For both Nobles and Warren, the 1982 referendum was a defining experience. Nobles overcame opposition in the city council, on editorial boards of local newspapers and from a community that was largely unaware of the valuable bay ecosystem where land meets water. But in the end, it was Warren who found that good finances and political support are not enough to start a new development on the San Francisco Peninsula.

For Nobles, Bair Island is a fascinating venue for studying the wetland environment. But his are not the rantings of a tree-hugger. Nobles' background is that of a nuclear scientist, not an activist.

Expecting to be drafted as a 19-year-old high school student in Missouri in the early 1940s, Nobles applied to the Manhattan Project at the suggestion of his physics teacher. On July 16, 1945, 200 miles south of Los Alamos, N.M., Nobles became the youngest person to watch Trinity, the world's first atomic bomb, as it lighted up the desert as intensely as the midday sun. Thunder from the blast echoed for minutes against the mountains, and an ominous purple cloud stretched toward the heavens.

After the detonation, prevailing winds blew radioactive fallout in the direction of Nobles and the other researchers watching from an observation tower six miles from ground zero. When Geiger counters began to detect a radioactive cloud blowing in their direction, they made their escape.

"We couldn't outrun it--we had to avoid it," Nobles said. Their convoy sped across the desert at a right angle to the direction of the wind.

That was the last time Nobles worked on the bomb.

Nobles worked well into his 70s as a full-time nuclear physicist at the Lockheed laboratories in the Stanford Industrial Park in Palo Alto. For many years, he also owned a small sailboat that he docked in Redwood City. He said that being a sailor gave him a new perspective of the waterfront.

He had seen the wildlife on Bair Island and began to think that in sprawling Redwood City, filled with cars, roads and parking lots, development did not necessarily mean progress. To Nobles, continued urban expansion defies both science and logic.

"It just seemed so wrong," he said. "I don't think any of us wants to live in a completely unnatural world."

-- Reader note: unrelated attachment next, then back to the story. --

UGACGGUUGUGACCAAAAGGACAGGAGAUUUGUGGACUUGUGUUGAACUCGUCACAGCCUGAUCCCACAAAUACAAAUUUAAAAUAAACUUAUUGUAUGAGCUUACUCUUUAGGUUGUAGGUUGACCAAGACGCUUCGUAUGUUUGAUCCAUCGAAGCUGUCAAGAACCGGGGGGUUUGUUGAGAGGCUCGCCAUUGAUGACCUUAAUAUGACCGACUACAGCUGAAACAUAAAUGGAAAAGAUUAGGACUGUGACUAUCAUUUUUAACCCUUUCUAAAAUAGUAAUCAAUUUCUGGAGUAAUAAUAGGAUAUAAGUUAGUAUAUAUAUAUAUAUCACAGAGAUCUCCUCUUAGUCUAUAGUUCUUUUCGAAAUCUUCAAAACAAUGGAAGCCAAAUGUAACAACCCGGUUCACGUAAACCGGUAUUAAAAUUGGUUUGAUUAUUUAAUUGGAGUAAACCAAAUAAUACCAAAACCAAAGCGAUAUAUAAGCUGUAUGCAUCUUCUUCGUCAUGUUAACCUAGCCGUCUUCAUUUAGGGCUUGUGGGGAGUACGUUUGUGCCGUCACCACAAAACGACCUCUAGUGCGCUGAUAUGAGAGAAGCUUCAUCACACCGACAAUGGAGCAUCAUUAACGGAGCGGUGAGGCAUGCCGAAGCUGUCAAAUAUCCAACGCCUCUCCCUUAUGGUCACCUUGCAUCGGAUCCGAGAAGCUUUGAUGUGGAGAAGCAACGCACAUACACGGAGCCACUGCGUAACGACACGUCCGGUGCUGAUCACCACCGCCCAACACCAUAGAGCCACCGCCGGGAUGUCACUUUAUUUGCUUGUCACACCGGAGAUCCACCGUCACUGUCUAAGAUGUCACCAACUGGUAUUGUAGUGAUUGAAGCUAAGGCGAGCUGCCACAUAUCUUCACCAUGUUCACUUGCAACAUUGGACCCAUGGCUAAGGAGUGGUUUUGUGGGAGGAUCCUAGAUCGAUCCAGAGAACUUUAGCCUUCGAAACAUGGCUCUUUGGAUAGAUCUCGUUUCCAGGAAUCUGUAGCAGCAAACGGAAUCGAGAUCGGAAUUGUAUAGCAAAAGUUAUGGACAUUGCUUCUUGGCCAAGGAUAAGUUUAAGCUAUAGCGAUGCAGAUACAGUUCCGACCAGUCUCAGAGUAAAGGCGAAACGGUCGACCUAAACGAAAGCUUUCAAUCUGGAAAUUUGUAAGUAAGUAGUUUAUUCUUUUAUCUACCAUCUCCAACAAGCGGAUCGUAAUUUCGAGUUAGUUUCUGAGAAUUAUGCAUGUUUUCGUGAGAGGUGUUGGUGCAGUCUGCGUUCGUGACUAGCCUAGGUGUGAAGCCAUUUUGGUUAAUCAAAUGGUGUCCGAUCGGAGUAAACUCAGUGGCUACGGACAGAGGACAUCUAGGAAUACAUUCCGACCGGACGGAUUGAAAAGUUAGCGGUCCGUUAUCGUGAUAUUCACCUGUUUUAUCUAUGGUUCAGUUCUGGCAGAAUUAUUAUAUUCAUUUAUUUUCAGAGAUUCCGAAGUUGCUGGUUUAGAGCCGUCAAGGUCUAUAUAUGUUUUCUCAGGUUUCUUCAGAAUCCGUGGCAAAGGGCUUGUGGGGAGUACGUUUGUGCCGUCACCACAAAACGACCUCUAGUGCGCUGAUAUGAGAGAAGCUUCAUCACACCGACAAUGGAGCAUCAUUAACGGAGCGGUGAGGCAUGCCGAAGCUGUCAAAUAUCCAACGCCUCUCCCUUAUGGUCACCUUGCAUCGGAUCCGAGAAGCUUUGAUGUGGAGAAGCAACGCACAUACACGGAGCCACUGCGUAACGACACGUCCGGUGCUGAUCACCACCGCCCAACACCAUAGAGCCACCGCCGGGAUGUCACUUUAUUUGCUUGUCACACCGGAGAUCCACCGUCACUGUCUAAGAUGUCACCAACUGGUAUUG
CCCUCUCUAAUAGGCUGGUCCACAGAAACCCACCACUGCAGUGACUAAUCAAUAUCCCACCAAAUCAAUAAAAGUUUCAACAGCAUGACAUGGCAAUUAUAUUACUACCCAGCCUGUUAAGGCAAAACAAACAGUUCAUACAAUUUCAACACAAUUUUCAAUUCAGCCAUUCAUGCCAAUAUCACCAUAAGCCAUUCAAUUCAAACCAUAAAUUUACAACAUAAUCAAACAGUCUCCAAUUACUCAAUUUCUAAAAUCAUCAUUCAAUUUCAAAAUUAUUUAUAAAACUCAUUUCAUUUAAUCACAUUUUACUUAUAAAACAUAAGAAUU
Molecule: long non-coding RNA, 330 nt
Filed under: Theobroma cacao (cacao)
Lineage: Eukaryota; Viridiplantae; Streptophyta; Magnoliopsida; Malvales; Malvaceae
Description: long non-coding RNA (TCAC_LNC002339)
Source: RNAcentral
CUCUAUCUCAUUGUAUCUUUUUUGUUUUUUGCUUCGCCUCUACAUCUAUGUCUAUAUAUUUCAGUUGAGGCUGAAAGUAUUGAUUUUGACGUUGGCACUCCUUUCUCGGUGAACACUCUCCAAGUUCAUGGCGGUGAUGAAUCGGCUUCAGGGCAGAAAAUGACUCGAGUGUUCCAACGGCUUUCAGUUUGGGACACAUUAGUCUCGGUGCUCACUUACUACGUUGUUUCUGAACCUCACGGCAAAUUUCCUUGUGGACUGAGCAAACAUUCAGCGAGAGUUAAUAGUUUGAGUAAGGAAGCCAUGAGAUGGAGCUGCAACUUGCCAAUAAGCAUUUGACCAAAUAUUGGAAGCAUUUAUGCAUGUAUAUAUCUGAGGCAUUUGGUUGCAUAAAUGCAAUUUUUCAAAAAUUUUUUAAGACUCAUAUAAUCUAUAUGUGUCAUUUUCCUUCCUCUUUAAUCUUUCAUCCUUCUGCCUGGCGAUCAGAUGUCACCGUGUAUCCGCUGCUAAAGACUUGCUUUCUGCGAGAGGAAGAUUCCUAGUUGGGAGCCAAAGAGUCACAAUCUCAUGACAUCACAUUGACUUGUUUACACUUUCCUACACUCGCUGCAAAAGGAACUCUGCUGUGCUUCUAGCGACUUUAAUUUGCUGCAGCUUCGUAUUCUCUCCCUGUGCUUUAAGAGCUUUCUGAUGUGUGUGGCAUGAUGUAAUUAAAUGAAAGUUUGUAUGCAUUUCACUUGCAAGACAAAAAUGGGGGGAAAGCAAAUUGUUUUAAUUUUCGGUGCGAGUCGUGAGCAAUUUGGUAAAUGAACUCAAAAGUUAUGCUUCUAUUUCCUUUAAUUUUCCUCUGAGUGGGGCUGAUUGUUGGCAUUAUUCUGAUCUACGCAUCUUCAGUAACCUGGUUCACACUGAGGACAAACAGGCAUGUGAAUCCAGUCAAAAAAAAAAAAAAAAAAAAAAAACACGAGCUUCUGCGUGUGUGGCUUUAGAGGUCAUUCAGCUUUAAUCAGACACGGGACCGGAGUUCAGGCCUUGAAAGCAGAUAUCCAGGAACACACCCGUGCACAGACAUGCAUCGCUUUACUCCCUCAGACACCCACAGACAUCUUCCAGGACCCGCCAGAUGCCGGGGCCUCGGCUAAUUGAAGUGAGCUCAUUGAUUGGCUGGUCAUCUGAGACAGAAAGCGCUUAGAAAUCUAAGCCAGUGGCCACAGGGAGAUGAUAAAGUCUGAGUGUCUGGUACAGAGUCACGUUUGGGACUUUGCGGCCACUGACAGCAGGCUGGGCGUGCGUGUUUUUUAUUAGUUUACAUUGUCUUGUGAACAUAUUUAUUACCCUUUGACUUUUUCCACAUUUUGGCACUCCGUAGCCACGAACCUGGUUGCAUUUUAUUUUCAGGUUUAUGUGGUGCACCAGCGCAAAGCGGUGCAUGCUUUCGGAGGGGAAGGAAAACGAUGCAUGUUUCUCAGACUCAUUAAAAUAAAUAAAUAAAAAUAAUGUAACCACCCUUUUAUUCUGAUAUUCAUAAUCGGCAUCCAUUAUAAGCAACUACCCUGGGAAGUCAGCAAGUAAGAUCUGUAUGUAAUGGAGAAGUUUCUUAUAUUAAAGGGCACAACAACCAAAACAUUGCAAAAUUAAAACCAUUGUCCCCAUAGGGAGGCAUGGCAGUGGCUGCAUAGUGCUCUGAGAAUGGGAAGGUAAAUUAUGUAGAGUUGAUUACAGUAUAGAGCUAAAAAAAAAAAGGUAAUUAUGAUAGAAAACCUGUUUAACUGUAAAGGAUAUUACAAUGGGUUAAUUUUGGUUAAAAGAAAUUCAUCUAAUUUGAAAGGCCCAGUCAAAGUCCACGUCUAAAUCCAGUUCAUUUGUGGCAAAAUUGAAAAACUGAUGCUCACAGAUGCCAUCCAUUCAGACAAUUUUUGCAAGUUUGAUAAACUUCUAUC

Despite their long feud, Warren and Nobles have a surprisingly genteel and respectful personal relationship.

"Warren is a very effective man," Nobles said. "He has a lot of history and acquaintances in Redwood City."

Recently, Nobles and Warren ran into one another at Kumagai's offices and spent an hour chatting. According to Nobles, Warren said, "I've even mellowed in my old age and joined that 'Save the Bay' organization."

In the waiting room outside Warren's office, the walls are adorned by black-and-white photographs of classic California nature scenes: Yosemite's Half Dome, the snowy banks of the Merced River, waves crashing on rock formations and a coastal scene lined with redwoods.

Redwood Shores has been internationally recognized as a gleaming specimen of the "new towns" movement, Warren explained proudly. Revived in the late 1950s, "new towns" were intended to be self-sufficient suburban communities at a time when developers unconsciously built mushrooming rings of suburbia around cities in the postwar period.

"Rather than let urban sprawl spread like topsy, we decided to build new cities," Warren said.

Neighboring Foster City, the Southern California city of Irvine and the East Coast developments of Columbia, Md., and Reston, Va., are all examples of the movement that tried to incorporate homes, shopping, schools and offices in the same community.

In Warren's office, oar blades mounted on wooden stands and painted in the colors of Stanford, Cal and other PAC-10 schools are displayed prominently. Warren designed the lagoon that runs through Redwood Shores as a 200-meter course for rowing competitions. Stanford uses the lagoon for regattas.

Warren's fascination with the sport began in 1954, when he became friends with members of the university crew team at the University of British Columbia. That year, the team won an Olympic gold medal.

As a businessman, Warren sponsors intercollegiate regattas and explains a profound admiration for the athletes who participate in a sport that requires such endurance, discipline, tolerance for pain and willingness to sacrifice for the team.

"I've never rowed myself," he said. But if he were hiring a college graduate, he said he would consider participation in the sport as important a qualification as grades, test scores or experience. For Warren, tenacity of this kind is the key to success.

"It will be a difficult process," he said of the task ahead on Bair Island. "We were told we would never be able to develop Redwood Shores."

Warren has worked over 20 years to develop Bair Island/South Shores into what he sees as another suburban utopia. Years of studies, permits, lawsuits and perhaps even public opinion stand in his way. But despite those odds, this year he will fight to build a second city on the San Francisco peninsula. Ralph Nobles will be ready.

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From the October 17-23, 1996 issue of Metro